Do your children do chores? Do you have chore charts?

 

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Snow Days and Battling the Winter Blues

Snow-Days-andToday is another crazy, beautiful snow storm in our neck of the woods. We have had more than our fair share of snow in the last few months. I have noticed that in general people are seriously miserable about it. I can’t help but wonder if by doing so we are allowing the “Winter Blues” to overwhelm us.

I tend to be quite positive about the seasons. I try, although I do not always succeed, to find something to celebrate. Winter is an amazing season. The snow is gorgeous, the air so fresh and crisp. I love going for winter hikes, sledding, and skiing. One of the best parts of winter, is coming in after being outside, warming up by the fire, with a steamy cup of tea. To curl up with a good book, while the weather is fierce outside is wonderful.

I was taken quite by surprise this winter when I experienced the winter blues. It was a brief spell, I was mildly depressed, I was binging on foods and wine, my workouts depleted and nothing seemed worth it. Outwardly I was still trying to be positive, especially around the children. It felt like a constant battle to do everything and it was exhausting.

Thankfully I have left the winter blues behind me, even if winter is still blasting us with storms and snow galore! For me, I think if I would have faired better if I had not allowed myself to veer off my healthy eating and workouts. Here are some tips to battle the winter blues, since clearly winter is so not over yet!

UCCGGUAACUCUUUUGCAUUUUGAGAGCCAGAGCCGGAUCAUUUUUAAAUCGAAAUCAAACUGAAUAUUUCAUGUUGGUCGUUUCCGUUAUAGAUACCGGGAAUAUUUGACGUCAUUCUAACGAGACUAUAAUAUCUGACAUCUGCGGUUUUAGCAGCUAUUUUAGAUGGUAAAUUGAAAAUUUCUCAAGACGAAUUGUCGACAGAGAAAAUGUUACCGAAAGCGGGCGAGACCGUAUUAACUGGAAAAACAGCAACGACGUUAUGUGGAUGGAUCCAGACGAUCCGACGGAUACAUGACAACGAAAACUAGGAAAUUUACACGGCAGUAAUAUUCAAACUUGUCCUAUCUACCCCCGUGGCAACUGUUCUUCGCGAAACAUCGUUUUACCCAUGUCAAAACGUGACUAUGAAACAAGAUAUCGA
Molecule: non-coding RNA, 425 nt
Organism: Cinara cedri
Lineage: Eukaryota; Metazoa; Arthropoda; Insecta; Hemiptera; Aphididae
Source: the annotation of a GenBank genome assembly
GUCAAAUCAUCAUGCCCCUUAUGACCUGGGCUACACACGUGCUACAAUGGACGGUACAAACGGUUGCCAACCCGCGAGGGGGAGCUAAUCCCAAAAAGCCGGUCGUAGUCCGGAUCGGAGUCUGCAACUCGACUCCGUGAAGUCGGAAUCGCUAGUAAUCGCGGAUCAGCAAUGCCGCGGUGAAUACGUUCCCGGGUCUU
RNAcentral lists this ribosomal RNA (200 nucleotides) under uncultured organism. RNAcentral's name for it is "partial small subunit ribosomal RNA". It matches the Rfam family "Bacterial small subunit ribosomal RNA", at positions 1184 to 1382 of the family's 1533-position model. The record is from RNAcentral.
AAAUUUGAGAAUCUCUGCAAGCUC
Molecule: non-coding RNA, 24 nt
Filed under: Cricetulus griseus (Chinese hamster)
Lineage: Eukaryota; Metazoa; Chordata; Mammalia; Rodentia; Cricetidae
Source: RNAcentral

1. Eat healthy – So hard to do when feeling down, there is a very good reason it is called “comfort food”. However, all that good nutritious food, greens and vegetables, healthy fats and protein will help your body and mind stay clear when the skies are cloudy.
  2. Get outside – Seriously, the wind is blowing, the snow, the ice … get out, walk your dog or even down the block and back. The fresh air will do wonders for your mood and if the sun is out that ever important vitamin D will be a blessing.
  3. Don’t let it spiral – In these parts they talk about “storm chips” and stocking up on booze before a big storm. While the occasion night of Netflix binge watching and chips is awesome, especially paired with a glass of wine, don’t allow it happen too often. I so bad for this, it is a mental thing for me. If I have a binge night, the next binge night seems inevitable.
  4. Work on a hobby – If the weather keeps you inside, have something creative to do. Knit, scrapbook or the like.
  5. Start Spring Cleaning – I always feel so much better when things are organized and clean. When the weather is nice the last thing I want to do is be inside. So I set out to clean and purge while stuck indoors this winter. While it was difficult to begin projects when I was feeling down, once I was into it and it was done, I felt incredible. Great boost!
  6. Sleep – Those long hours of darkness work in our favour to get more shut eye. This will help your overall well being and when I head to bed early I tend not to binge eat! Win win!
  7. Hang out with your people – Getting social is a great way to battle the blues. I tend to feel amazing with my girlfriends. When my winter blues were at their worst was when my besties were off on sunny vacations.
  8. Read a book – Escaping into a story always helps me elevate my mood and the dreariness outside.
  9. Listen to music – Crank up the tunes and listen to upbeat music, around here we are constantly dancing around to Taylor Swift and I really like Kelly Clarkson’s new song (strangely since normally she really isn’t my thing)
  10. Plan a vacation – While we cannot escape due to my husband’s schedule, we can start planning road trips and vacations that we are going on this summer. It is fun to decide where we will go and what we will see. This summer we are heading to our nation’s capital, Ottawa for a family trip!

While staying positive about all the snow didn’t totally ward off the winter blues for me this year, I do believe that if we think positive, it will help.

Do you experience the winter blues? Have any of these strategies helped you?